Nuclear Energy Agency Launches Recovery Plans For Post-COVID Economy
Last week, the Nuclear Energy Agency (NEA) launched a series of policy briefs examining the post-Covid economic recovery of nuclear energy.
The policy examines key themes that explore the role nuclear energy can play in the post pandemic recovery. They are as followed: cost-effective decarbonisation; job creation; unlocking finance; and building low-carbon resilient electricity.
“The Coronavirus pandemic has had significant impacts on the global economy and energy sector. It has also underlined the importance of electricity reliability and resilience during major disruptions.” The NEA states, “the stimulus packages have the opportunity to support energy systems that both fulfill these criteria while meeting long‑term environmental goals and energy security.”
A short document for each brief lays out the problems and how policy makers can help to solve them. The policy briefs are:
Post-pandemic recovery plans to reconcile climate objectives with economic goals need to put system costs at the heart of energy policy. Achieving cost-effective decarbonisation requires structural reform of the electricity market.
The post-Covid-19 economic recovery is a perfect opportunity to create jobs and economic development. Nuclear energy projects are a proven way to create large numbers of long-term, high-skilled domestic jobs. Nuclear projects provide high spill-over investment into the local and regional economy.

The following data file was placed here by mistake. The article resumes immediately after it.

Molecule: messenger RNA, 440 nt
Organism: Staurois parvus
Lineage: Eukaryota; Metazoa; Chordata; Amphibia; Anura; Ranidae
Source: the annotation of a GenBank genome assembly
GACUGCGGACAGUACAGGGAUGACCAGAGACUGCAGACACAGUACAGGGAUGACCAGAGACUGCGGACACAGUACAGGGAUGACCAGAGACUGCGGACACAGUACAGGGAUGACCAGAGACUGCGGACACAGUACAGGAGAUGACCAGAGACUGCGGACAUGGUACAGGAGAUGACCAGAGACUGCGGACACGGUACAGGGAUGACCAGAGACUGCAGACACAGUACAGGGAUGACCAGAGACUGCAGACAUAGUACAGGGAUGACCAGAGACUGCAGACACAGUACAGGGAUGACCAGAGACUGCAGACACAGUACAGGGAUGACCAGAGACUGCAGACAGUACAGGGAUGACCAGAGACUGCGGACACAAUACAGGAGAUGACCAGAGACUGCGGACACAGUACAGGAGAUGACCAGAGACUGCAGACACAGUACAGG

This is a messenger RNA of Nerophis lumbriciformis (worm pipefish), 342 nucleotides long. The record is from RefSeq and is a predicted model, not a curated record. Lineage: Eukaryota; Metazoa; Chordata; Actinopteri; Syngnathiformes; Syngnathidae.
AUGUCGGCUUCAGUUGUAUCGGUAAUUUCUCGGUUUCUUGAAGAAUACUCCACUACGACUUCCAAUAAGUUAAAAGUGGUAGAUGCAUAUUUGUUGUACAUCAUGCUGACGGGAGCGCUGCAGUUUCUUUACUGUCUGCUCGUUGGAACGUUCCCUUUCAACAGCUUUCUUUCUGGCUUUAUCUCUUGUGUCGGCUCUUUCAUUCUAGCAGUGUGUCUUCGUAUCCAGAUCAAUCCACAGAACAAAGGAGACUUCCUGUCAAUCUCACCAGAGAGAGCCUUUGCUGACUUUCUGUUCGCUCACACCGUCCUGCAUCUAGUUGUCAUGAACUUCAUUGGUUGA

Governments should incentivise investments in resilient low-carbon energy infrastructure, such as nuclear energy. Government support can and should be leveraged to attract cost-effective private financing to deliver nuclear energy infrastructure projects.
Nuclear energy is a key contributor to electricity security and already contributes positively to building a low-carbon resilient infrastructure at the plant and system levels. Nuclear energy can play a key role in the post-Covid-19 economic recovery efforts by boosting economic growth.
“The NEA is examining the regulatory and operational impacts of the crisis, and working closely with its members to enable exchanges of policy approaches and best practices around the world.” The Agency said. “Whilst also supporting the path towards a truly sustainable and environmentally responsible energy future.”